12 July 06

Wednesday 12th July 2006

Immediate Release: News desk, Social and political correspondents

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The latest reports of violence against sex workers highlights the need for decriminalisation of the industry, states the International Union of Sex Workers (IUSW).

Ana Lopes, Branch President of IUSW, said: “Repressive laws are responsible, to a large extent, for violence against sex workers. Such laws pass a very negative message to society: that sex workers are not under the scope of the law and therefore, violence against sex workers will not be punished or taken as serious as violence against someone else.”

Murder news
The statement follows the news this month of the murder of two massage parlour workers at Rachael’s Health Studio in Shrewsbury, and the jailing for life of three men convicted of murdering masseur Niphan Trikhana in London.

IUSW commended West Mercia Police in its swift action following the Shrewsbury murders. The force made an appeal to customers of the parlour, who may hold key information in tracing the killer, to come forward. However the union is concerned possible key witnesses may not come forward due to embarrassment or fear of police consequences.

In the London murder, Detective Inspector Bill Jephson who led the case acknowledged the murderers saw sex workers as easy targets. The gang of robbers targeted sex workers, picking them at random from adult services ads placed in Loot and Exchange & Mart, and using extreme violence.

DI Jephson said in a statement: “It was clear to us that these men were seeking out workers from the sex industry. They targeted vulnerable individuals who were easy to identify through their adverts, would have cash available to them and because of their line of work may be afraid to report the crime to police.”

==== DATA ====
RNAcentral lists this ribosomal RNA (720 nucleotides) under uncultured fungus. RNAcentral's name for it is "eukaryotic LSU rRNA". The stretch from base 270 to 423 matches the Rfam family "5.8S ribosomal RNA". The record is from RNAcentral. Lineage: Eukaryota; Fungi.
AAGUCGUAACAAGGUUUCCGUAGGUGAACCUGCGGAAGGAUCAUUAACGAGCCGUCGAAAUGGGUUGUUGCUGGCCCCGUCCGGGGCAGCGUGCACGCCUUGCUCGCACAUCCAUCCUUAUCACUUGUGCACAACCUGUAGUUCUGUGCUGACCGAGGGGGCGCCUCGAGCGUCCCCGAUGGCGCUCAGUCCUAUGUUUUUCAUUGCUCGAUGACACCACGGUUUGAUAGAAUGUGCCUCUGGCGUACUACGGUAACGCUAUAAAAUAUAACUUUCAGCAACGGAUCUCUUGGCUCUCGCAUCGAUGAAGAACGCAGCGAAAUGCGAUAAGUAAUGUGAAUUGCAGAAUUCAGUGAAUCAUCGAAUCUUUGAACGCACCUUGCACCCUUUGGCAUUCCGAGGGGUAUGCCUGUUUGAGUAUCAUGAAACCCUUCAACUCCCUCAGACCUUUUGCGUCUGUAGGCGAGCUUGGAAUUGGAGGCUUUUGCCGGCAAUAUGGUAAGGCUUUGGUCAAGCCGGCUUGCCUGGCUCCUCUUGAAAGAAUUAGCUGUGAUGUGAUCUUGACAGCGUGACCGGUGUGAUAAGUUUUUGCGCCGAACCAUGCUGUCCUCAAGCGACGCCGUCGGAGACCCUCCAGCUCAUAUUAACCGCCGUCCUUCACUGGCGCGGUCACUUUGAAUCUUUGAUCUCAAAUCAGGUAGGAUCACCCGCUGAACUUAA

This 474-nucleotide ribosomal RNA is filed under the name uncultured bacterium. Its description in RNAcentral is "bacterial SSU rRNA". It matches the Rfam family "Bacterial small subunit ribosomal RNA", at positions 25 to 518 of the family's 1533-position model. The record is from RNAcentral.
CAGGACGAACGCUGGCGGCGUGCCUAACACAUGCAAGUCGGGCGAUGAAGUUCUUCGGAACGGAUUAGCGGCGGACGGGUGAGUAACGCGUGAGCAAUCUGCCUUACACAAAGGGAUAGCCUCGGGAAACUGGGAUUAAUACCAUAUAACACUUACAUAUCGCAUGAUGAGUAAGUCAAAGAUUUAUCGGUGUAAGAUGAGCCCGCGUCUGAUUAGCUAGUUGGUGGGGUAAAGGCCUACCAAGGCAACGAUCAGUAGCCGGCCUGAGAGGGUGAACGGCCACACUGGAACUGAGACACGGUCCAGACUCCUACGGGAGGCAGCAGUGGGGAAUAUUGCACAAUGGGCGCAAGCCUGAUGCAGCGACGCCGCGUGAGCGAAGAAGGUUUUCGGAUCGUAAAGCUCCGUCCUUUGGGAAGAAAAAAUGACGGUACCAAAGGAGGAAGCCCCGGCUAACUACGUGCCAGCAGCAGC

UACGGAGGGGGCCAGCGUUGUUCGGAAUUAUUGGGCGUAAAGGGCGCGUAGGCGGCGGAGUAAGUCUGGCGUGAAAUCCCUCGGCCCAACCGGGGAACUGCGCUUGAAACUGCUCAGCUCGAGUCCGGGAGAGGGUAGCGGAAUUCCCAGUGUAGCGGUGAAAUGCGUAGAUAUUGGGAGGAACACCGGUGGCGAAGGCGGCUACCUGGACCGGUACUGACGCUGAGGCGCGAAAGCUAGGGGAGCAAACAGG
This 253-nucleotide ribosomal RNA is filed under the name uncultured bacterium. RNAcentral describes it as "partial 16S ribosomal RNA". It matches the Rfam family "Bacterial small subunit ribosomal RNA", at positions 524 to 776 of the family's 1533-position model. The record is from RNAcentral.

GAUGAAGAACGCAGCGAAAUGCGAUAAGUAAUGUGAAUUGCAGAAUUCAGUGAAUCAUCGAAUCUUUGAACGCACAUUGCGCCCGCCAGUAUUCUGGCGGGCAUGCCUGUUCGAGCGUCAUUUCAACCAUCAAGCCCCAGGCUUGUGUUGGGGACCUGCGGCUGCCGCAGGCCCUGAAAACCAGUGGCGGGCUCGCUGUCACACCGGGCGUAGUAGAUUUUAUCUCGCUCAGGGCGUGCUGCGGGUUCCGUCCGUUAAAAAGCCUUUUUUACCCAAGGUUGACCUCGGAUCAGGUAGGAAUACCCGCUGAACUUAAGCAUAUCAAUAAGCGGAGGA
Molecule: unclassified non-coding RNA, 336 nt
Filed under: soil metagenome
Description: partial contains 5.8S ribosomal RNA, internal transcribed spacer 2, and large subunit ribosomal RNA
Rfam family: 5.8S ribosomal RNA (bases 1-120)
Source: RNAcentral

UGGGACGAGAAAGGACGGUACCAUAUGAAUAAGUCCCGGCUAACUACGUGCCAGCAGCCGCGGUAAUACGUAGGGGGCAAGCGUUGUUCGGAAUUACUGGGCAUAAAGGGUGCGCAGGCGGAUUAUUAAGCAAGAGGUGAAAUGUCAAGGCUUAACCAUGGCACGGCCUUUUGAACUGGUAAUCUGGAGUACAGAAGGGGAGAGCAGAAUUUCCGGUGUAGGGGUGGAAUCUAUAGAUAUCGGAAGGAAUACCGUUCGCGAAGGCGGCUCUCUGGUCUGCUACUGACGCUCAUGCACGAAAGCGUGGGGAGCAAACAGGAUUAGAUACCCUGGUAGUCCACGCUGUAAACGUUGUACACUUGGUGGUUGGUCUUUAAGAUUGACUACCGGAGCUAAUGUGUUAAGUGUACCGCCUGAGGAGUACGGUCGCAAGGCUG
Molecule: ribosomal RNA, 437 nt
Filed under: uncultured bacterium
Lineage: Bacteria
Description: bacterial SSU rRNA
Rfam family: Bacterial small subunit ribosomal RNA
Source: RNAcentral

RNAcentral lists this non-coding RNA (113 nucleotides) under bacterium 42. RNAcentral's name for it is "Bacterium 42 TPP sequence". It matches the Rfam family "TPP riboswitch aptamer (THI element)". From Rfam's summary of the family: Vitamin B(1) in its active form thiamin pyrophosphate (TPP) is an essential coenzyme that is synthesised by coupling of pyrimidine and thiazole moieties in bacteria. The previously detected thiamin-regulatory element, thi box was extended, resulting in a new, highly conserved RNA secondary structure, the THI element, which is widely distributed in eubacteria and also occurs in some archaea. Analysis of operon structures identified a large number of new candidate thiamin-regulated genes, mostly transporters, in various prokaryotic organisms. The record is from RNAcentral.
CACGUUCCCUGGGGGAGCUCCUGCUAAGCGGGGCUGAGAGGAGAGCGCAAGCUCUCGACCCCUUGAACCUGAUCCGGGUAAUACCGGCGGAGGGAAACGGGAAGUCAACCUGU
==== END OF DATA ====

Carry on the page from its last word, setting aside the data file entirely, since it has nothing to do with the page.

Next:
Lopes of IUSW responds: “The legal marginalization of sex workers makes violence against them more likely, as aggressors think they are less likely to report violence. Indeed they are less likely to make such reports as they feel unsure that police will respond appropriately and sometimes fear they may receive unwelcome attention themselves, such as for working with more than one woman to a location, or for issues around immigration or child custody.”

“We call upon all police authorities to have an explicitly stated policy of equal treatment of sex workers and a clear strategy to decrease violence against sex workers.”

Scotland sets example
The union points to the example of Edinburgh, where there is a 15-year tradition of the police force treating crimes against sex workers seriously. Prosecutors work closely with victims, with the Sheriffs (judges) praising women for having the courage to use the legal system when handing out sentences.

Police run a remote reporting scheme to encourage and enable sex workers to report crimes through SCOT-PEP (Scottish Prostitutes Education Project). SCOT-PEP has an agreement about how any investigation will be handled: sex workers can be contacted and interviews held in SCOT-PEP, officers agree not to contact the individual at home if they request and there is a feedback process for keeping everyone informed.

At present the UK Network of Sex Work Projects is negotiating with the Home Office about establishing a remote reporting scheme nationally, through Crimestoppers, which will enable sex workers to report crimes anonymously if they want.


Contact: Ana Lopes Branch President of IUSW on 07946 897770.

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